Deploying All Of His Persuasive Powers: Andrew Little faces an enormous challenge in persuading Middle New Zealand that the very limited gains of the Trans-Pacific Partnership aren't worth the loss of control over their nation's economic future. The political winds are shifting. US Presidential contender, Hilary Clinton, has come out against the TPP, forced to change her position by the massive rejection, worldwide, of economies run not for people but for powerful business interests.
LABOUR’S STANCE on the Trans-Pacific Partnership (TPP) could end up determining the outcome of the 2017 General Election. If Andrew Little aligns his party with the other parliamentary opponents of the TPP – the Greens and NZ First – then the legislation giving effect to the agreement will barely scrape through the House of Representatives. Such open and substantial parliamentary opposition will clear the way for Andrew Little to lead an anti-TPP coalition into electoral battle in 2017. If, however, Labour ends up supporting the TPP, then it will be a fractured and fractious Opposition that takes the field against John Key in two years’ time.
With Labour firmly opposed, the National-led Government’s best outcome would see the TPP’s enabling legislation passed by a margin of three votes. But if, as seems likely, the Maori Party acknowledges the rising anti-TPP sentiment within Maoridom, by either abstaining or voting against the bill, then the nearest thing to a TPP ratification process that New Zealanders are going to get will be carried by just one vote – Peter Dunne’s.
Nobody in the pro-TPP camp wants that to happen. A Parliament split down the middle (61:60) presents the public with a powerful symbol of discord, disagreement and dissent. A one-vote (or even a three vote) majority says: “This isn’t over. This matter will be decided at the ballot box.”
Such a prospect is a far cry from the cosy bipartisanship which, since the early 1980s, has characterised the free-trade debate in New Zealand. It was the Labour-leader, Bill Rowling, who, in 1982, over-ruled the doubters in his party and swung Labour’s support behind Rob Muldoon’s proposed Closer Economic Relationship Agreement (CER) with Australia. The subsequent 33 years of bipartisan unity on free trade has effectively marginalised all those individuals and groups cautious about eliminating border protections. Understandably, the restoration of bipartisanship is currently the pro-TPP camp’s No. 1 priority.
What the Right fears the most is two years of rising political temperatures and sharpened social antagonisms, during which the controversial content of the TPP supplies the Government’s opponents with all the ammunition they need to bring down the National-led coalition of right-wing political parties.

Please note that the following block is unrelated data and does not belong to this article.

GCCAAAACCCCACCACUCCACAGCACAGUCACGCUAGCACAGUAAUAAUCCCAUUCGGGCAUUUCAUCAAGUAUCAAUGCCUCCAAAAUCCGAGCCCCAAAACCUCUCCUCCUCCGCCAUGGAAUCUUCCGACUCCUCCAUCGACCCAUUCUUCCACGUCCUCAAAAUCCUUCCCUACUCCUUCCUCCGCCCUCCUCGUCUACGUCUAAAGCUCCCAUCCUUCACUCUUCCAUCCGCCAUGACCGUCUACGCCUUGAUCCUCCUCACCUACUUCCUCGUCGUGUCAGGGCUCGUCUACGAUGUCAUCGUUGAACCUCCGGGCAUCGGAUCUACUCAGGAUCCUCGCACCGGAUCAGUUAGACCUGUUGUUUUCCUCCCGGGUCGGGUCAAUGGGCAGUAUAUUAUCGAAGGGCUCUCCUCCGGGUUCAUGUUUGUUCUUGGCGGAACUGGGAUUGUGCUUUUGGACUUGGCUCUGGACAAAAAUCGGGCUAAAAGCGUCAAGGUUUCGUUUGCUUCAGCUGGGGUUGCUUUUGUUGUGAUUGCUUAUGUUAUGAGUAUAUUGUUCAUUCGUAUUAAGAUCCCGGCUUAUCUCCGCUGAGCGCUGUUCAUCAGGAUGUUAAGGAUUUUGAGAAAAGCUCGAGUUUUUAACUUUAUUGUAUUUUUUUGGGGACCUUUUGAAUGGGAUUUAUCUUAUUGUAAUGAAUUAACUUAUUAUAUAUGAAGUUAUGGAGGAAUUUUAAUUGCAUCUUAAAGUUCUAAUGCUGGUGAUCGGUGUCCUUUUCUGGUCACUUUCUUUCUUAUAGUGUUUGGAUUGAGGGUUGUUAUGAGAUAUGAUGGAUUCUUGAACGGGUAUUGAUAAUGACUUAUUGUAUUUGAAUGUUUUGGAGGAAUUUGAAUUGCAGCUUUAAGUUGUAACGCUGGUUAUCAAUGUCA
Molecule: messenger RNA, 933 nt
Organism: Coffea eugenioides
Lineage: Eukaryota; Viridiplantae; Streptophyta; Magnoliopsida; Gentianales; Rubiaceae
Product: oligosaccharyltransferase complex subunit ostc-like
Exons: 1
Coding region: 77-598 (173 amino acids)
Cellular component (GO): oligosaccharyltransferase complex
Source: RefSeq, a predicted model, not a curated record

Over the next few weeks the New Zealand people should, therefore, be on the alert for two full-on political campaigns. The first will be a government-funded PR campaign designed to sell the alleged benefits of the TPP to as many Kiwis as possible. The second will involve dozens (if not scores) of journalists, businesspeople and academics doing their level best to persuade Labour to return to the bipartisan fold.
There will be those in Labour’s parliamentary caucus who will find it difficult not to echo the content of both campaigns. For the former trade minister, Phil Goff, in particular, it will be nearly impossible to take any other position. He is, after all, the man who negotiated the 2008 China/New Zealand Free Trade Agreement. Nor is he alone. The right-wing political commentator and PR maven, Matthew Hooton, has speculated that as many as half-a-dozen Labour MPs could end up crossing-the-floor to vote in favour of the TPP.
Labour should not, however, allow itself to be spooked by such scare tactics. The political winds are shifting, and the last thing Labour wants to be caught defending is the TPP. And that’s because the deal to which the Government has formally committed New Zealanders is not a trade deal in the way our FTA with the Chinese is a trade deal.
The Nobel Prize-winner for Economics, Joseph Stiglitz, has this to say about the TPP: “You will hear much about the importance of the TPP for ‘free trade’. The reality is that this is an agreement to manage its members’ trade and investment relations – and to do so on behalf of each country’s most powerful business lobbies.”
If Labour truly believes it’s going to enhance its chances of winning the 2017 election by swinging-in behind the “country’s most powerful business lobbies”, then it’s in for an unpleasant surprise. Those shifting political winds that have caused US Presidential contender, Hilary Clinton, to come out against the TPP, are driven by the massive rejection, worldwide, of economies run not for people but for powerful businesses.
With Labour, the Greens and NZ First allied against the TPP (and around what other issue could these three parties credibly campaign as a government-in-waiting?) the National Party and its allies will find themselves campaigning for an agreement which, as more and more of its detailed provisions are analysed and explained, becomes less and less defensible.
The 2017 election, if Labour, the Greens and NZ First box clever, can thus become a contest between competing visions. The TPP’s vision of an economy that’s managed for powerful business interests; and the progressive Opposition’s vision of an economy that works for people.
This essay was originally published in The Press of Tuesday, 13 October 2015.